Electrician Talk banner

Demand factors/ feeder size: small cabins

894 Views 20 Replies 11 Participants Last post by  electricguy
Hey y'all, I'm trying to determine the feeder sizes for a couple of tiny cabins that a client is putting on their property. They are incredibly small- like 100sq', but they plan to rent them out. (Not a tiny house on wheels)

I'm not sure how to classify them: dwelling unit? apartment?

They have a 500 watt heater, LED lights, 20 amp/120 volt circuit for a kettle/ hot plate, and a bar fridge. No hot water, no other appliances.

Basically just a shed, but since someone will sleep in there, is it considered something else?
Can I just feed it with 20 amps,120/240? and calculate for voltage drop?

I appreciate your feedback. Thanks
1 - 20 of 21 Posts

· Registered
Power distribution and controls
Joined
·
2,932 Posts
It does not matter what we choose to classify them as. It matters to the AHJ.

I would never do an assumed underground feed for more than one of anything and do it at 120v.
Why would you deliberately imbalance the owners service.?

No hot water, no place to take a shower. Not even on my list of places that I would stay unless the owner was paying me to stay there. What about a toilet?

Rental, fire code? Bet the FA system will cost a bloody fortune to pass the local fire code, then there are fire sprinklers which could be mandatory. They are here for human rental spaces.
 

· Conductor Protector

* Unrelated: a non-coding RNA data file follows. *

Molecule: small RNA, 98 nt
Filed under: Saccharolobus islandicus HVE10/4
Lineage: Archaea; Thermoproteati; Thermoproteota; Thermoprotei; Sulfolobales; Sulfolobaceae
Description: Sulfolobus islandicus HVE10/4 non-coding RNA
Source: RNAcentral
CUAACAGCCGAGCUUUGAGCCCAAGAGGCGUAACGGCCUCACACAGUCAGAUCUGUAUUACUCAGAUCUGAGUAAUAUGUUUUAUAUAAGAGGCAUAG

Joined
·
267 Posts
Discussion Starter · #3 ·
It does not matter what we choose to classify them as. It matters to the AHJ.

I would never do an assumed underground feed for more than one of anything and do it at 120v.
Why would you deliberately imbalance the owners service.?

No hot water, no place to take a shower. Not even on my list of places that I would stay unless the owner was paying me to stay there. What about a toilet?

Rental, fire code? Bet the FA system will cost a bloody fortune to pass the local fire code, then there are fire sprinklers which could be mandatory. They are here for human rental spaces.
 

· Conductor Protector
Joined
·
267 Posts
Discussion Starter · #4 ·
Oh for five cents, I wasn't looking for whether or not it's a place you would like to stay- I wouldn't either...
As for the owner's insurance and how basic it is- that is up to them.
said I'd be feeding them with 120/ 240, not 120- system stays balanced. Heater is 240.
I'm just looking for how to classify this type of structure as per the CEC, so as to feed it appropriately/ minimally.
I can ask the inspector tomorrow, but it's a holiday today and I'm trying to price this out, so I'd love helpful input.
Cheers and happy thanksgiving to the Canadians
 

· Light Bender
plumber
Joined
·
7,520 Posts
I don’t think one 20 amp circuit is enough.
Maybe two 15 amp circuits to each would be better. (Heater separate of course)

arc fault does not apply here, it’s not a dwelling unit, so you can run a mwbc. (Technically is a residential occupancy)

smoke detectors for sure as people will be sleeping in there.
 

· Hackenschmidt
Joined
·
14,409 Posts